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Noble Roman's, Inc. v. Hattenhauer Distributing Co.

United States District Court, S.D. Indiana, Indianapolis Division

July 27, 2015

NOBLE ROMAN'S, INC., Plaintiff,
v.
HATTENHAUER DISTRIBUTING COMPANY, Defendant.

ENTRY ON VARIOUS MOTIONS

WILLIAM T. LAWRENCE, District Judge.

Before the Court are two motions: the Defendant's Motion to Deny Plaintiff's Motion for Partial Summary Judgment as Premature or, in the alternative, to Continue or Stay the Motion Until Completion of Discovery Pursuant to Rule 56(d) (Dkt. No. 57); and the Plaintiff's Motion for Leave to File Amended Reply to Hattenhauer's Counterclaims (Dkt. No. 66). The motions are fully briefed, and the Court, being duly advised, resolves them as follows.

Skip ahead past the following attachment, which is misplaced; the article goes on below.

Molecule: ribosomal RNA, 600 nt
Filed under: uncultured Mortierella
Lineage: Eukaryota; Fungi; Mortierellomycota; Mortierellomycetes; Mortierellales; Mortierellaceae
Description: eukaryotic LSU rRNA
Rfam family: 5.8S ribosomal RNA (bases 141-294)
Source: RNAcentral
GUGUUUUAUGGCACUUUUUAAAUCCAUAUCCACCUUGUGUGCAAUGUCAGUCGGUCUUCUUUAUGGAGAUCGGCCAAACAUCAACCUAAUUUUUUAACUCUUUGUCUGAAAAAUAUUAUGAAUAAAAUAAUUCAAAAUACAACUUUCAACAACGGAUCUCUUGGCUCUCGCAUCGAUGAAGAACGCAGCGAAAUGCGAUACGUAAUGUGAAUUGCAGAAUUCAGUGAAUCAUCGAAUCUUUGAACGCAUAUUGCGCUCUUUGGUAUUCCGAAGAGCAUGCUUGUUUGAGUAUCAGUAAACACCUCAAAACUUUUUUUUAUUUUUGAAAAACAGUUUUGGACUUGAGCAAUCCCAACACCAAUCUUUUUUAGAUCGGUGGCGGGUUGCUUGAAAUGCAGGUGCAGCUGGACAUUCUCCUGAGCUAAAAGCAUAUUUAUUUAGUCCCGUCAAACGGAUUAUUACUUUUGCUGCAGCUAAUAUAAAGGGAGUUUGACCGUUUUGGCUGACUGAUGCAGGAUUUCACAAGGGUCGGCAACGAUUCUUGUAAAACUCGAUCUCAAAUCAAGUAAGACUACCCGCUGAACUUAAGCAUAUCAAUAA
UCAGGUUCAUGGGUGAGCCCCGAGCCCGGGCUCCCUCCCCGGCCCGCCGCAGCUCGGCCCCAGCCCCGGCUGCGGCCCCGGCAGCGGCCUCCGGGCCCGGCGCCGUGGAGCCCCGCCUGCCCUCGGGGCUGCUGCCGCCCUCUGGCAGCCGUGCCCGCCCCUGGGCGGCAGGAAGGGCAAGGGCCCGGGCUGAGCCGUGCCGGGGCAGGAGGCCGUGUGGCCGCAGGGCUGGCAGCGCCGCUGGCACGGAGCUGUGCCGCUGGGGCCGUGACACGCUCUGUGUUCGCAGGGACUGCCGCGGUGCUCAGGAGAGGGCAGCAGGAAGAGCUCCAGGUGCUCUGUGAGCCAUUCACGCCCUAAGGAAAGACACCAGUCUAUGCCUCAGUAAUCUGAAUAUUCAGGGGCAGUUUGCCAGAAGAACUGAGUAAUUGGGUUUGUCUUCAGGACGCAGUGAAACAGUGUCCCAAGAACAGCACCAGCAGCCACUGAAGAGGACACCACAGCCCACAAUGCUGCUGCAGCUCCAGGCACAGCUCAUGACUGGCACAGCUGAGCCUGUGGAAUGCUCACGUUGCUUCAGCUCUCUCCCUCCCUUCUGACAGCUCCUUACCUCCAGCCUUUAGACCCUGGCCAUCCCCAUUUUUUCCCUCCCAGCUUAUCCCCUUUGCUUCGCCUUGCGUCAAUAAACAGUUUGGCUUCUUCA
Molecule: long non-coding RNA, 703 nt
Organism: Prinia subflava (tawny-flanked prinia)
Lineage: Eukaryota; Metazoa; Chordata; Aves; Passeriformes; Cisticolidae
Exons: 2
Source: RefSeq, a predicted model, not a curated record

I. Motion to Deny Plaintiff's Motion for Partial Summary Judgment as Premature or, in the alternative, to Continue or Stay the Motion Until Completion of Discovery Pursuant to Rule 56(d)

Plaintiff Noble Roman's, Inc. ("Noble Roman's") entered into franchise agreements with Defendant Hattenhauer Distributing Company ("Hattenhauer"), the owner and operator of convenience stores and gas stations in Goldendale, Washington and Wasco, Oregon, for the sale of Noble Roman's pizza and Tuscano's sandwiches. Under the franchise agreements, Hattenhauer agreed to pay a seven percent weekly royalty fee to Noble Roman's and agreed to only use ingredients that conform to Noble Roman's standards and specifications, among other things.